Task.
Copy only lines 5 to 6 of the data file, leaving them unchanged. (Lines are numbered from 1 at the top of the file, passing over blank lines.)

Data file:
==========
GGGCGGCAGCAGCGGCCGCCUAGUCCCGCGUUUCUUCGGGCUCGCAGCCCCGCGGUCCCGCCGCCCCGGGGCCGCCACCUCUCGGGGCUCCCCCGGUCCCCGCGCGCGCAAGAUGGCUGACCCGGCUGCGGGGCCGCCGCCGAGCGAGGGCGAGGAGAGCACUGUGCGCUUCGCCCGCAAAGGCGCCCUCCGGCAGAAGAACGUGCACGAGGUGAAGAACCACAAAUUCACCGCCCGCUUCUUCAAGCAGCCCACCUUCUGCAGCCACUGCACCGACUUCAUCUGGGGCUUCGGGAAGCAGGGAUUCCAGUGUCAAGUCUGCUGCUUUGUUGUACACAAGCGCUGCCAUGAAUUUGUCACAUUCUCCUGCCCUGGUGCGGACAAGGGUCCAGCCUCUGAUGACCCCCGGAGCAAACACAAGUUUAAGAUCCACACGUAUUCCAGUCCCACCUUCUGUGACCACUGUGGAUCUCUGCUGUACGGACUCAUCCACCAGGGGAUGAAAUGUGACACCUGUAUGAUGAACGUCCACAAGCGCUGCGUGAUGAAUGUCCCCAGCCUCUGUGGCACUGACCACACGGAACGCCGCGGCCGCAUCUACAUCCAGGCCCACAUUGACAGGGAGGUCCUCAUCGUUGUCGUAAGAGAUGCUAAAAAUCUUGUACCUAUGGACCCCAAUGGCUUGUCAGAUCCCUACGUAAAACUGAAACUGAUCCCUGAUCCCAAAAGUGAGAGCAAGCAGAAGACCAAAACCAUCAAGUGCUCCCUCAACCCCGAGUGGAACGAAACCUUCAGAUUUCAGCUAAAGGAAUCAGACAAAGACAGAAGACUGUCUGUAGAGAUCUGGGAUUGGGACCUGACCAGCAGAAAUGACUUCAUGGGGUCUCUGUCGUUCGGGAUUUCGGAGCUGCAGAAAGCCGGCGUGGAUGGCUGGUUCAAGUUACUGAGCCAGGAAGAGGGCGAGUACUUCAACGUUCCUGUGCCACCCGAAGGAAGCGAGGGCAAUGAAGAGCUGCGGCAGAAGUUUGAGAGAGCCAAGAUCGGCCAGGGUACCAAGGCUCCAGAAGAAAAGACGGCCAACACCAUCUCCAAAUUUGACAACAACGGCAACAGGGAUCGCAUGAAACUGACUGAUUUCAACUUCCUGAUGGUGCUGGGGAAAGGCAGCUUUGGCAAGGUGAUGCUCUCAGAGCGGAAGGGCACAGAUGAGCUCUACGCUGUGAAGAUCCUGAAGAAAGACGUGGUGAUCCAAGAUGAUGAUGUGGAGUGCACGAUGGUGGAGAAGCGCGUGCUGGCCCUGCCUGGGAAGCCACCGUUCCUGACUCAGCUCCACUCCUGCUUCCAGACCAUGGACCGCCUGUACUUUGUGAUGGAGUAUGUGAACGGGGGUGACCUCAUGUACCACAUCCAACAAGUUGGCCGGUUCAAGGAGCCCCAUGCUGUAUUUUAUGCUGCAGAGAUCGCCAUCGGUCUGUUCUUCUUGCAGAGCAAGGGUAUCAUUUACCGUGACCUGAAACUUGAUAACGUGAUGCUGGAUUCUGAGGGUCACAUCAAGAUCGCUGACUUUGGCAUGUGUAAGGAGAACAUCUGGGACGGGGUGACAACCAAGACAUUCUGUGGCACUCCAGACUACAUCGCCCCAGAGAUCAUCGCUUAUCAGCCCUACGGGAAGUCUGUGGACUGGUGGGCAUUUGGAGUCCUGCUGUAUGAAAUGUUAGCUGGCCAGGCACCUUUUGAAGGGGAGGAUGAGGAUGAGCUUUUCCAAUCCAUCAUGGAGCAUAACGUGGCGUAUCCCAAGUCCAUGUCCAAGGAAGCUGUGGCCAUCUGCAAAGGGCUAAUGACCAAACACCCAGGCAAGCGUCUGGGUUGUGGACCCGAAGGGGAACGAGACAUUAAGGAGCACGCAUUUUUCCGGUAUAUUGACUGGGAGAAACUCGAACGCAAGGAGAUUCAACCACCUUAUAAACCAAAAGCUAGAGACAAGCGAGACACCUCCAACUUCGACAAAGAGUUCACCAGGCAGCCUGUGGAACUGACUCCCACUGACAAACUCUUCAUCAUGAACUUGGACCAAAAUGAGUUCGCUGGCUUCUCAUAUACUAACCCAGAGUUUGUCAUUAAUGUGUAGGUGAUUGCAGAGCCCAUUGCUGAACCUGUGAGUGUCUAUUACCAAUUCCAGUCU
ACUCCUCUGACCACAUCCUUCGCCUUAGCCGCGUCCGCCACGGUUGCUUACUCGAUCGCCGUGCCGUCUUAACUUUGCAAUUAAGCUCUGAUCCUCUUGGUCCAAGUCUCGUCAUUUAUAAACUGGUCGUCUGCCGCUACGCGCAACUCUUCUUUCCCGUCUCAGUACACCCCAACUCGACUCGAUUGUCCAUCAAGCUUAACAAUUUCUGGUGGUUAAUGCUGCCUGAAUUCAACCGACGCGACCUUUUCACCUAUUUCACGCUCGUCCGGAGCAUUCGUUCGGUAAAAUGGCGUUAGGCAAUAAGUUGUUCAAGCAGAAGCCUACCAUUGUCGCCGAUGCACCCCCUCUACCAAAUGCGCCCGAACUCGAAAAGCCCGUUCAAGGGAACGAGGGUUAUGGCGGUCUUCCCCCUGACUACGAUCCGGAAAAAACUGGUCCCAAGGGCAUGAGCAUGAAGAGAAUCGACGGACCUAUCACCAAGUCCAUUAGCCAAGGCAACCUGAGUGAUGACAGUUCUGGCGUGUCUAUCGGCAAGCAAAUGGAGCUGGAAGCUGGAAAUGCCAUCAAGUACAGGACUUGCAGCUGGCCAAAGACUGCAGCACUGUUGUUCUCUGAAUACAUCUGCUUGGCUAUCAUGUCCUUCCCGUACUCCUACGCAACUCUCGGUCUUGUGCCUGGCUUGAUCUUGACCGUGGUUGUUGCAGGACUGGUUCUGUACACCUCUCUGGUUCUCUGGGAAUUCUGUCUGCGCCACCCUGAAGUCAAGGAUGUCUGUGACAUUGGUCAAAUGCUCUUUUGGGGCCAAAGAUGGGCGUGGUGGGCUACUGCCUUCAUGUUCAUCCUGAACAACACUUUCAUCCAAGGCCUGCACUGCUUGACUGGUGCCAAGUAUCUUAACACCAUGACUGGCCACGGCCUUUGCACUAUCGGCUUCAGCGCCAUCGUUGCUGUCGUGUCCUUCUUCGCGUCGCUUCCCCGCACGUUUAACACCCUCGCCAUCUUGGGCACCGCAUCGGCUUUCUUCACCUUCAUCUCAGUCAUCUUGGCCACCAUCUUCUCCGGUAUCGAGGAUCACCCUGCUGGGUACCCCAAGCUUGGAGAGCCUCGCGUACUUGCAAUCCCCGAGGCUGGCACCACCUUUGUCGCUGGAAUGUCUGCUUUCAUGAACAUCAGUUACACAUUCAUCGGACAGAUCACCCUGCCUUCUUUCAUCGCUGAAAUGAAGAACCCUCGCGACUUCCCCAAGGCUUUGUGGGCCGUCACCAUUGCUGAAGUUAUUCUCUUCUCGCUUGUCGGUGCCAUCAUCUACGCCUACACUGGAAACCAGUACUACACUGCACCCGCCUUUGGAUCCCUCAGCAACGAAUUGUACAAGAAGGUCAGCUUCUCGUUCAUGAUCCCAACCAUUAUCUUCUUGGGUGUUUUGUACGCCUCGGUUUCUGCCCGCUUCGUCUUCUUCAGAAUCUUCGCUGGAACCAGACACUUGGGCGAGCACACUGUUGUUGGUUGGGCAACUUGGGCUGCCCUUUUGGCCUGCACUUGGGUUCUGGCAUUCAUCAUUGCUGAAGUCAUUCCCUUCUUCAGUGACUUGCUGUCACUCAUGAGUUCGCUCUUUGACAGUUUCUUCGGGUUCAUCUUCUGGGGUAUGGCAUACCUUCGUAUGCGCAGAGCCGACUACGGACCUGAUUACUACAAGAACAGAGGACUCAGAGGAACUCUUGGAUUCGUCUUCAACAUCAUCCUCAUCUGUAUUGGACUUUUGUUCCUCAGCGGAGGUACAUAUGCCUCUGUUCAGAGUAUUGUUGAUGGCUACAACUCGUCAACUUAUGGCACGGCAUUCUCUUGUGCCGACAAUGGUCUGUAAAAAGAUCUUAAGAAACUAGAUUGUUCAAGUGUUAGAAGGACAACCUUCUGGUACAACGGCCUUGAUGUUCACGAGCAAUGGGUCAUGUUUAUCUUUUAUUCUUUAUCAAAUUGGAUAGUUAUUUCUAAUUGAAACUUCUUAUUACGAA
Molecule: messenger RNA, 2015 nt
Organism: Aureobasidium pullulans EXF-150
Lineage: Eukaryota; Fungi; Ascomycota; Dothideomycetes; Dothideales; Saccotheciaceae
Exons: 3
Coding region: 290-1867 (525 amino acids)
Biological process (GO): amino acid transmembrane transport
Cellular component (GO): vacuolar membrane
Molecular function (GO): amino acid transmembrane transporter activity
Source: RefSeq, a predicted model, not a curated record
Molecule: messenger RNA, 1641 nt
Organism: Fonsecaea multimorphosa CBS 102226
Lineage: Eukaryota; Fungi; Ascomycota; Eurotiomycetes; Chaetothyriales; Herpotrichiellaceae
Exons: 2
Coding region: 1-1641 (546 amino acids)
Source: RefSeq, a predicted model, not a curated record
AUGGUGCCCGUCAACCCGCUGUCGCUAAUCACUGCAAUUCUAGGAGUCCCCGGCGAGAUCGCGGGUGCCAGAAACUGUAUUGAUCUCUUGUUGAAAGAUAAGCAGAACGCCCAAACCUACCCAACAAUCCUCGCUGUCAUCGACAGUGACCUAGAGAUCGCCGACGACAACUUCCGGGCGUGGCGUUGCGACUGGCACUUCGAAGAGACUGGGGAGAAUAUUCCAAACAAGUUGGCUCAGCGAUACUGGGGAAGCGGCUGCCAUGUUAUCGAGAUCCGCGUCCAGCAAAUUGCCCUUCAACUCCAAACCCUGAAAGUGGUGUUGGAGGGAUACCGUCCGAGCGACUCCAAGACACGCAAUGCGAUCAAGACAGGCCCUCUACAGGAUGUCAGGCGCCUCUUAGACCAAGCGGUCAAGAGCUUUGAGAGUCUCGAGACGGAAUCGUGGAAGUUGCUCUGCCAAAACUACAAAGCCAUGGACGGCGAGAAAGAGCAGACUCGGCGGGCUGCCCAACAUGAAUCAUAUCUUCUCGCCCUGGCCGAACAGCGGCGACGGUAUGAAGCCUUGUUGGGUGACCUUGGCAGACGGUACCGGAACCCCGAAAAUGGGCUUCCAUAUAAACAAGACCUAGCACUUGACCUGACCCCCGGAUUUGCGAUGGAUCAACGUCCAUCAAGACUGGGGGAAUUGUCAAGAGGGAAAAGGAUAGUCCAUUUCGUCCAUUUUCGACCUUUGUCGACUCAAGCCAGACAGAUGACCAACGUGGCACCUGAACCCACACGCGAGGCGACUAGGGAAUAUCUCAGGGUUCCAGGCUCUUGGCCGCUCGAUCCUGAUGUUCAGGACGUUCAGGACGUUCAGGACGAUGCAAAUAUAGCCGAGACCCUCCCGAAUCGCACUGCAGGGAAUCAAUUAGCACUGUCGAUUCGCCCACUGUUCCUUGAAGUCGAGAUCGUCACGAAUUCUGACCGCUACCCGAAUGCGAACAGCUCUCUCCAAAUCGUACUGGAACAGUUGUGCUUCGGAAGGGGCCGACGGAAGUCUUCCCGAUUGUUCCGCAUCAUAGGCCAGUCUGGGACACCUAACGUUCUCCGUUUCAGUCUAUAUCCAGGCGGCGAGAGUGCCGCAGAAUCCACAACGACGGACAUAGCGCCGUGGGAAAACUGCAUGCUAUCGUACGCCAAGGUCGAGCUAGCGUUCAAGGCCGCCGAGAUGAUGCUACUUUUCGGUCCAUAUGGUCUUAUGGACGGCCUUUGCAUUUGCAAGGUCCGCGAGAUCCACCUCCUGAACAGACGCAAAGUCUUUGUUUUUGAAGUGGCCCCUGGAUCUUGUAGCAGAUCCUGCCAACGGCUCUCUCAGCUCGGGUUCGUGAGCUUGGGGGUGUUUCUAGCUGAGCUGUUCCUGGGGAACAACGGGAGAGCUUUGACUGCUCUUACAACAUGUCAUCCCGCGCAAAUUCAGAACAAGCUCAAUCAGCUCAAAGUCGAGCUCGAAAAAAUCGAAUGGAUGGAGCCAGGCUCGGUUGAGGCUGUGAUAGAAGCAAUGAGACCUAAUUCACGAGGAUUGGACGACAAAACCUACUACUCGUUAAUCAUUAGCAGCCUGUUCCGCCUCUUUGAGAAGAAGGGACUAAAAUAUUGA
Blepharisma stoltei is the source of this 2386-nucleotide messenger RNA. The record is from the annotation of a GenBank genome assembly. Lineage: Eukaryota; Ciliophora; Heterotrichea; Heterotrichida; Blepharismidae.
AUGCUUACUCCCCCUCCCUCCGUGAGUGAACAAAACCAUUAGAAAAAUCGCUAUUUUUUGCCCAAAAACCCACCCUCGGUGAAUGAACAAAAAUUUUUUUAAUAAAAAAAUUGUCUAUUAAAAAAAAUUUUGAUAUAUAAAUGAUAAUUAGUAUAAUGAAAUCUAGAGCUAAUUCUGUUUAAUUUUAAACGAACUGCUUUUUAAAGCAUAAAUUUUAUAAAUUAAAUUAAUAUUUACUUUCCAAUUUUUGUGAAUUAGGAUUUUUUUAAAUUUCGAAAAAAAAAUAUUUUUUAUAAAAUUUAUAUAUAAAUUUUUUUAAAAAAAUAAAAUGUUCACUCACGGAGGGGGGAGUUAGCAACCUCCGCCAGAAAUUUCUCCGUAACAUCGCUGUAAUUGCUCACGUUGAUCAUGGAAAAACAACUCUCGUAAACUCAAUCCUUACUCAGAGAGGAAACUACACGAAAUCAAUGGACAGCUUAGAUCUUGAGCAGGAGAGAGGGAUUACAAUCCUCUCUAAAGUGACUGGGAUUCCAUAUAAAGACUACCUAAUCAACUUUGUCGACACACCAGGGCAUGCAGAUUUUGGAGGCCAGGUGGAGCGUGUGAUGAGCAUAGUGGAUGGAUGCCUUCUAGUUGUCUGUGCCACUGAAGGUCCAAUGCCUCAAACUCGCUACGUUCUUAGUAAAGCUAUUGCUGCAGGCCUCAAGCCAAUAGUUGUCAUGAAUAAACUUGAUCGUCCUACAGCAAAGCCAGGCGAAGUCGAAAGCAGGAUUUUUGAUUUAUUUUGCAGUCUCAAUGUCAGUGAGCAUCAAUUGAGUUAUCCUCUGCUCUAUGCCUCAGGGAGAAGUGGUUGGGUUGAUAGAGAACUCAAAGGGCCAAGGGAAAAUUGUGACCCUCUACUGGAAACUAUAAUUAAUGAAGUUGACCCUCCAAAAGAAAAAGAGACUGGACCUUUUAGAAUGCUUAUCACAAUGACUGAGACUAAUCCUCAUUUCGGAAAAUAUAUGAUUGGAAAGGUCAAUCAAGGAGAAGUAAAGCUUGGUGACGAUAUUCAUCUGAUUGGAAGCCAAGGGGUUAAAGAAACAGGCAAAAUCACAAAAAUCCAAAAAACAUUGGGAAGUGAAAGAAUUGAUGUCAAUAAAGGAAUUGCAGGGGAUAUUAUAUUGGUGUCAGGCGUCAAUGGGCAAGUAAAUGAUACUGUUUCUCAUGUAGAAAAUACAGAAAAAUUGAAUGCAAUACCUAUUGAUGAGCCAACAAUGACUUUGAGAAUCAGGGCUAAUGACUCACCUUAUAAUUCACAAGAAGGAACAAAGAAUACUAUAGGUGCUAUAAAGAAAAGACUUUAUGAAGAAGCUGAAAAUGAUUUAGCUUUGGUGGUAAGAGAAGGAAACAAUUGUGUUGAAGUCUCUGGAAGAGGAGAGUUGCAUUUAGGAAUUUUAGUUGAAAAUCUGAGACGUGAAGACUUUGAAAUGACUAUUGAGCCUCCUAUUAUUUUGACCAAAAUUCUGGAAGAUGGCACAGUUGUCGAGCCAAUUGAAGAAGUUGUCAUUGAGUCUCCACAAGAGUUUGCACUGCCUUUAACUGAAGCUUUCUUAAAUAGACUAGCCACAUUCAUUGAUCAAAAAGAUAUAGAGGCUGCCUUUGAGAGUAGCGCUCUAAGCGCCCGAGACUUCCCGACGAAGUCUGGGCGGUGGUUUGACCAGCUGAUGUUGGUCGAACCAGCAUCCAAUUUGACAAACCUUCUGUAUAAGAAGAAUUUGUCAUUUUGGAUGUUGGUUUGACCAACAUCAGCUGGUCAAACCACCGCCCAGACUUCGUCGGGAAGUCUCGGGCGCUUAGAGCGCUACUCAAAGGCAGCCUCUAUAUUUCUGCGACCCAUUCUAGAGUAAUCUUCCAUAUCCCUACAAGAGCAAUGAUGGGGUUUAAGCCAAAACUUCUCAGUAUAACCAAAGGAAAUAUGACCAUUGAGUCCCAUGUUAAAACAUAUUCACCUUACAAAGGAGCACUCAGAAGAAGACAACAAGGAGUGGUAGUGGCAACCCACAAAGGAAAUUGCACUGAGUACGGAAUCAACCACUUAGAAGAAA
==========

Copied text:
Lineage: Eukaryota; Fungi; Ascomycota; Dothideomycetes; Dothideales; Saccotheciaceae
Exons: 3